52 Ancestors: #27: Jonathan Kaser, Farmer and Stone Mason

Jonathan Kaser 1855-1949

Jonathan Kaser, older brother of my grandfather, Cliff Kaser, was born near Clark, Ohio and spent his life there, farming and sometimes employed as a stone mason.

To bring you up to date, I have been writing about my father, Paul Kaser’s, uncles, aunts and cousins because I grew up knowing nothing about his close relatives, and he did not seem to know them either.  I am still puzzling over whether that might have been (at least partially) because Cliff Kaser had a falling out with the family.  Certainly part of it was the big age difference between my father and most of his cousins, since Clifford was one of the two youngest in the family, and my father was born 15 years after Clifford was married.

You can also read about their parents, Joseph Kaser II, and Catharine Sampsell.

Jonathan was one of those young men who was slow to leave the nest. He lived with his parents in Clark, working as a day laborer by the time he was 20 (and probably before that).  On July 30, 1883, at the age of 28, he married Amanda Randles who was only 17 and a half years old.

Amanda was already pregnant when they married, as the couple had their first son, Austin Jay, on February 27,1884,  seven months after the wedding.

Son Lester was born1889 and on March 4, 1891 (52 years before my birthday!) Leroy, known as Roy was born.

According to census records, the two oldest only went through 8th grade, but in the 1900 census we see that Jay (16) and Lester (11) were already listed as day laborers. The 1900 census was taken in the summer, but only (Leroy) Roy (9) is listed as at school. Their father, Jonathan is listed as a day laborer, as he was when he was still at home with his parents. However, since his occupation was stone mason,  he could have been working at that along with farming when the census was taken. As I have noted before, the Kaser clan stuck close together. Jonathan’s neighbor was his brother David.

Jonathan and Amanda made the newspaper in 1908 for winning prizes at the Coshocton County Fair, held in August. He had the “largest stock corn” and she made the best butter and tomato pickles and grew the best potted plants!

Jonathan’s father, Joseph Kaser II, died in 1900.  By 1910, Jonathan was listed as a stone mason, and his two sons, Austin (25) and Lester (21) were still at home and working at odd jobs and farm labor.  In the 1910 census, his next door neighbor is Bessie Lowe, daughter of his brother David and David lives nearby, as does his mother Catharine. The year after that census, Jonathan’s mother Catharine died at the age of 82.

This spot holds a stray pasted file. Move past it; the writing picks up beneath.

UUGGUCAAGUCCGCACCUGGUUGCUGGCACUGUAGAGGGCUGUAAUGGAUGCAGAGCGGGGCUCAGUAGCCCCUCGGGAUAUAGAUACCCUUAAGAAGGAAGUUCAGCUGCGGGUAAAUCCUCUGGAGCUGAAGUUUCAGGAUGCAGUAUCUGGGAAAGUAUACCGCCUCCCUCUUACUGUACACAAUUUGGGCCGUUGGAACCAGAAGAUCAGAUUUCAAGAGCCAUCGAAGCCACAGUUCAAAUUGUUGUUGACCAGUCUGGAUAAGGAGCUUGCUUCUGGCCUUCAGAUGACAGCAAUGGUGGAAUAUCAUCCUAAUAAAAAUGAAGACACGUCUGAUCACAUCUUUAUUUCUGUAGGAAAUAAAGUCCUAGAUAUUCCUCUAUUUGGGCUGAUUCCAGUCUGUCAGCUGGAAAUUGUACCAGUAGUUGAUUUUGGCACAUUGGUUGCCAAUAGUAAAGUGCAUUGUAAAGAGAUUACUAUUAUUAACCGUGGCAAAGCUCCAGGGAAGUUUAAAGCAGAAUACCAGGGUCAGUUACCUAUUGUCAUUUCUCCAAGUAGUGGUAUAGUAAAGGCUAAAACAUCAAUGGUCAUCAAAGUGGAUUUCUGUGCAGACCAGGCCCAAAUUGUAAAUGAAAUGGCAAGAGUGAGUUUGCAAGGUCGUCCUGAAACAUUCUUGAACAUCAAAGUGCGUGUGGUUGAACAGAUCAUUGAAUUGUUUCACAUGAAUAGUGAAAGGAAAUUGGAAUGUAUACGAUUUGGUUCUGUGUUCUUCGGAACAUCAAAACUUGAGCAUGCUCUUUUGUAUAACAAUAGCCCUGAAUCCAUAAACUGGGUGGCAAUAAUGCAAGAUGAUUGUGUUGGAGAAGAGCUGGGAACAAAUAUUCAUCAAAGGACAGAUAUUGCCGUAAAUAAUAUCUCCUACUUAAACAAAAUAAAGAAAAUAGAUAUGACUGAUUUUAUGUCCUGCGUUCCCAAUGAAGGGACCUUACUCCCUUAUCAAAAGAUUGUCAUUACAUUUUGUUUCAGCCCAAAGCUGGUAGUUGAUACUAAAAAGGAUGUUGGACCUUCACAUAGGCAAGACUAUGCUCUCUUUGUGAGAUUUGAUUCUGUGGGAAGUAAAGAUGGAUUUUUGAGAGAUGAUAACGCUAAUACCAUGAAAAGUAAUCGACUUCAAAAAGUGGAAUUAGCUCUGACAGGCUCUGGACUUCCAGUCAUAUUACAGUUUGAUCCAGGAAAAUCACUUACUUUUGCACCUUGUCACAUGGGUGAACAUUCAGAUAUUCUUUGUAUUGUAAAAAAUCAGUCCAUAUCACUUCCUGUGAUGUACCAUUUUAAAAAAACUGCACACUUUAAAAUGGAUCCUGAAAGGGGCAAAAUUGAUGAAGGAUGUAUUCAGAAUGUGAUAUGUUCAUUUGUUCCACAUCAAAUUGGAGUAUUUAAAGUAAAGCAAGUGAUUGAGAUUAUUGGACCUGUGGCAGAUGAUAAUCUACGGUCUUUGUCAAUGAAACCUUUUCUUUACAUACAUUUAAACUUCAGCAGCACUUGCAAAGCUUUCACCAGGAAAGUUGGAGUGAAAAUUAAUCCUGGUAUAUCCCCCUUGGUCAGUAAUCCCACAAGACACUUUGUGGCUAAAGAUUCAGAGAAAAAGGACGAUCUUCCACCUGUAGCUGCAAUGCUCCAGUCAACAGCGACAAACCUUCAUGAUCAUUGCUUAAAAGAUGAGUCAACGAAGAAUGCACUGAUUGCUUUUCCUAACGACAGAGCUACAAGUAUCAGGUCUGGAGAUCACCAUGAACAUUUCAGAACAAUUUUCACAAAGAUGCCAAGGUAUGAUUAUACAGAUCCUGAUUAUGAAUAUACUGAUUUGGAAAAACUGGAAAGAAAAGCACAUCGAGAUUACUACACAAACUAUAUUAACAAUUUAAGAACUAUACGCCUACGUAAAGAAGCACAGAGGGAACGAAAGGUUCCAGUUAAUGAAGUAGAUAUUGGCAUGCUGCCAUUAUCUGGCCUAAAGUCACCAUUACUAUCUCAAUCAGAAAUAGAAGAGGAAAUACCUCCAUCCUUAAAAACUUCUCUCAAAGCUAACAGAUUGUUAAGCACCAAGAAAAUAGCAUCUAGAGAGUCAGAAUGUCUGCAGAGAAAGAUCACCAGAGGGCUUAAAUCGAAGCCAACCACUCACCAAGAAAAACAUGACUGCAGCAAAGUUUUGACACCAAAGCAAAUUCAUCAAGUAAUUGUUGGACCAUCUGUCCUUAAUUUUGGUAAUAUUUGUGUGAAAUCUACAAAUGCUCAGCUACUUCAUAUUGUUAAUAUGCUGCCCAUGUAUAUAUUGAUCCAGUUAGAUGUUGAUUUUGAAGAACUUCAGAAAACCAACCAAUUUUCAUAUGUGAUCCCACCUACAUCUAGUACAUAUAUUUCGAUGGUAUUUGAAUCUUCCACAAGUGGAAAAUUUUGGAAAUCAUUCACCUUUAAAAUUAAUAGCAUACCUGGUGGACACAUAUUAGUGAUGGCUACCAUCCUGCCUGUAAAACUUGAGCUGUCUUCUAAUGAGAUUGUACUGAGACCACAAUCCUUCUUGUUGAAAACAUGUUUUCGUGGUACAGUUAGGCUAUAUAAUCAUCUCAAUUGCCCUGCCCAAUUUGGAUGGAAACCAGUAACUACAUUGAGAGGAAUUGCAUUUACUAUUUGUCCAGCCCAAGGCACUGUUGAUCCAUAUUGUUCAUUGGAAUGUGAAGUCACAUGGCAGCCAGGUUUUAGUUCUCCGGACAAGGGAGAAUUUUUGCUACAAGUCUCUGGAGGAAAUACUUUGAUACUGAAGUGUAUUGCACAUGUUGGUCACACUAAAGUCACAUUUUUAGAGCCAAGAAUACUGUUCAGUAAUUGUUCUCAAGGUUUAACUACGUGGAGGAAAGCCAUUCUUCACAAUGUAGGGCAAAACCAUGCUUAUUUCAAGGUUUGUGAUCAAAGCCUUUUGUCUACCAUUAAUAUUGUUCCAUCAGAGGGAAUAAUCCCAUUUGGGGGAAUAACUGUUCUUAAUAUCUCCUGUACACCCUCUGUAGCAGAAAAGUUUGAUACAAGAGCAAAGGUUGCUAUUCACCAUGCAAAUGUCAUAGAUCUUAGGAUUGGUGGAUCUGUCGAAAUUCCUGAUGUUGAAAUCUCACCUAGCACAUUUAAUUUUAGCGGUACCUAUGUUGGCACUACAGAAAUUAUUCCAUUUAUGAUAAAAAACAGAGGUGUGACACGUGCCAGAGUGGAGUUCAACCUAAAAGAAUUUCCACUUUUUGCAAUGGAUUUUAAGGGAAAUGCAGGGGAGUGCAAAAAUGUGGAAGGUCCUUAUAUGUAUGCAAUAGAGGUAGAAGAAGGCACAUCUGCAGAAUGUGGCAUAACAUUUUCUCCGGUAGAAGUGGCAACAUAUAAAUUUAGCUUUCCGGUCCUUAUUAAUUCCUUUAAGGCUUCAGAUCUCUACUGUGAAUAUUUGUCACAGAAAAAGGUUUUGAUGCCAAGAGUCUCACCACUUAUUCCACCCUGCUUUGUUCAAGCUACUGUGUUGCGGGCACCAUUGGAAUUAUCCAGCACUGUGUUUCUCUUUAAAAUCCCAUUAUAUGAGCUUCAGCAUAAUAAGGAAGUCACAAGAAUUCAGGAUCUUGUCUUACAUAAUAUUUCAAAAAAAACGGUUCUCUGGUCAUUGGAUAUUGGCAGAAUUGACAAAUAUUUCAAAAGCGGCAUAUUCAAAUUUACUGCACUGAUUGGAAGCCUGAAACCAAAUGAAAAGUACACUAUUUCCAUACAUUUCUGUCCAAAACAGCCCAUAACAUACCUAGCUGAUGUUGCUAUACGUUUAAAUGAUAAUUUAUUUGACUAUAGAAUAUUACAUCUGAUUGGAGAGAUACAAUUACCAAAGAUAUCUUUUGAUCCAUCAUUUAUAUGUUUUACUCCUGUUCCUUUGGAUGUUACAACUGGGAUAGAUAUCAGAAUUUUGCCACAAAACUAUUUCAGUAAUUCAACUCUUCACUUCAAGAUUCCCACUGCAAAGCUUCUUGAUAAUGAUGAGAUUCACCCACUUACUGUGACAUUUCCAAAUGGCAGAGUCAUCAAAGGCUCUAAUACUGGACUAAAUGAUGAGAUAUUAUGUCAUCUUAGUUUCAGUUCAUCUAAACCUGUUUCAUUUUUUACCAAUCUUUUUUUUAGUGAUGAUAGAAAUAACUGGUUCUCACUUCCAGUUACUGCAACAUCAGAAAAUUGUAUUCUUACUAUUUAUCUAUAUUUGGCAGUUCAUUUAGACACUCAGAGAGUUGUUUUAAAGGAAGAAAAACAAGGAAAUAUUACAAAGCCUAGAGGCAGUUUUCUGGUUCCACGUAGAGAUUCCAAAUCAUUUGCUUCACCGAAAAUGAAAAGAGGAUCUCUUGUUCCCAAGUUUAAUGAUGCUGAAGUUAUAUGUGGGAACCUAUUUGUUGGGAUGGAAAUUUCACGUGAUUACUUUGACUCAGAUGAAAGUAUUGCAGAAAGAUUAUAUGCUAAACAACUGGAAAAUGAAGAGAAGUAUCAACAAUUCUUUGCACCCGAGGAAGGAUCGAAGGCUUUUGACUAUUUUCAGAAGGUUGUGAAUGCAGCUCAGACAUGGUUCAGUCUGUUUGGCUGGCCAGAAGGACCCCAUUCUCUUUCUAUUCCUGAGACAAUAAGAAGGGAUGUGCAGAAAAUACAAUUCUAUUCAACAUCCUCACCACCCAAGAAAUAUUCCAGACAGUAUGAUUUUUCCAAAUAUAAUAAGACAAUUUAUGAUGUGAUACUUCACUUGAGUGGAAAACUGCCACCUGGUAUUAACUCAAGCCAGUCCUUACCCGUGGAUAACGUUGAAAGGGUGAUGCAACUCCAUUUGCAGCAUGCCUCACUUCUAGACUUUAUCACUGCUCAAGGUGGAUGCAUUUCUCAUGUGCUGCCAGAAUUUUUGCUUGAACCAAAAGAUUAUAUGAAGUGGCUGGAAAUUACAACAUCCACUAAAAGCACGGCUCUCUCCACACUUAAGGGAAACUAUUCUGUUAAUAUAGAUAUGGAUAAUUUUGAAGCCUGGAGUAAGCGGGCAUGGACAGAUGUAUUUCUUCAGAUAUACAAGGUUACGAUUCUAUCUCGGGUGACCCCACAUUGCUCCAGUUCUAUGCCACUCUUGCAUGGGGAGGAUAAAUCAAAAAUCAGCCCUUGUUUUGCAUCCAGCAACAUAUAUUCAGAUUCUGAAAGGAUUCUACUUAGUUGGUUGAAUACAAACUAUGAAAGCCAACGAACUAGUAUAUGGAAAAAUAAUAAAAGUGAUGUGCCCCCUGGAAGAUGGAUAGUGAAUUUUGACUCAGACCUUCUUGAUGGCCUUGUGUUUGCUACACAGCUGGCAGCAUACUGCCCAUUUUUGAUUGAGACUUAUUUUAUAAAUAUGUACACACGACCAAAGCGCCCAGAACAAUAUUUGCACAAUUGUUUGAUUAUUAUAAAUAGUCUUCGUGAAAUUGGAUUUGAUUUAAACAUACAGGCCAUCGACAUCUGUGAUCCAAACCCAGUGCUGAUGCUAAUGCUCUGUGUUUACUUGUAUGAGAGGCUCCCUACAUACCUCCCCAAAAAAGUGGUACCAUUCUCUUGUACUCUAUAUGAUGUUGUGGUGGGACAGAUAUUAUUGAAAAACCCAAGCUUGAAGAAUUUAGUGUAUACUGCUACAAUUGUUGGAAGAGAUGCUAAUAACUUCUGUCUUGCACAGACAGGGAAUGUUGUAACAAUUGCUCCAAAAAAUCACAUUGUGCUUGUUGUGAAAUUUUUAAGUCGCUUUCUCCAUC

In 1920, when he was 52, his occupation was once more listed as farmer, although he continued to live in the same place, still near David Kaser, and also near the Sutherlands (his sister Emma).  The boys had all left home by the summer of 1920.

Even though Jonathan was ten years older than his wife, Mandy, she died first–in 1924 at the age of 56. By 1930, when he was 74, his occupation was once more listed as stone mason,  he was listed on the census report as single but the line should have read ‘widowed’).

Johnathan did not enjoy his career long after that last census.  In 1931, he apparently suffered a stroke, and needed the full time care of family.  In 1932, a front page obituary in the Coshocton Tribune announced his death at the home of his son Lester. He left behind three sons, ten grandchildren and one great-grandchild.

Jonathan Kaser Obituary

I am going to follow up on a couple of descendants of Jonathan, because as I was growing up, I heard the name of a man named Kaser. When I asked my father, he did not think he was directly related. However, I have recently met a Kaser cousin through Facebook, and in doing this research on Jonathan, have learned that we were indeed related to Jay Kaser.

How I Am Related

  • Vera Marie Badertscher is the daughter of
  • Paul Kaser, who is the son of
  • Clifford Kaser, who is the brother of
  • Jonathan Kaser

Notes on Research

Census records from 1860 (German Twp, Holmes Co, Oho); 1870 (Clark, Coshocton Co., Ohio);1880 (Village of Bloomfield (Clark), Coshocton Co, Ohio; 1900 (Clark, Coshocton Co. Ohio); 1910, Clark Twp, Coshocton Co., Ohio;1920 (Clark, Coshocton Co., Ohio); 1930 (Clark, Coshocton Co., Ohio).

Ohio, Marriages, 1803-1900,Jordan Dodd, Liahona Research

Coshocton Daily Age, “Winners Announced,”, continuation of front page article,  August 29, 1908

Coshocton Tribune, “Clark Resident Succumbs After Year’s Illness”, front page, October 17, 1932.

Ohio, MOLO Obituary Index, 1811-2012

All of these sources were found at Ancestry.com

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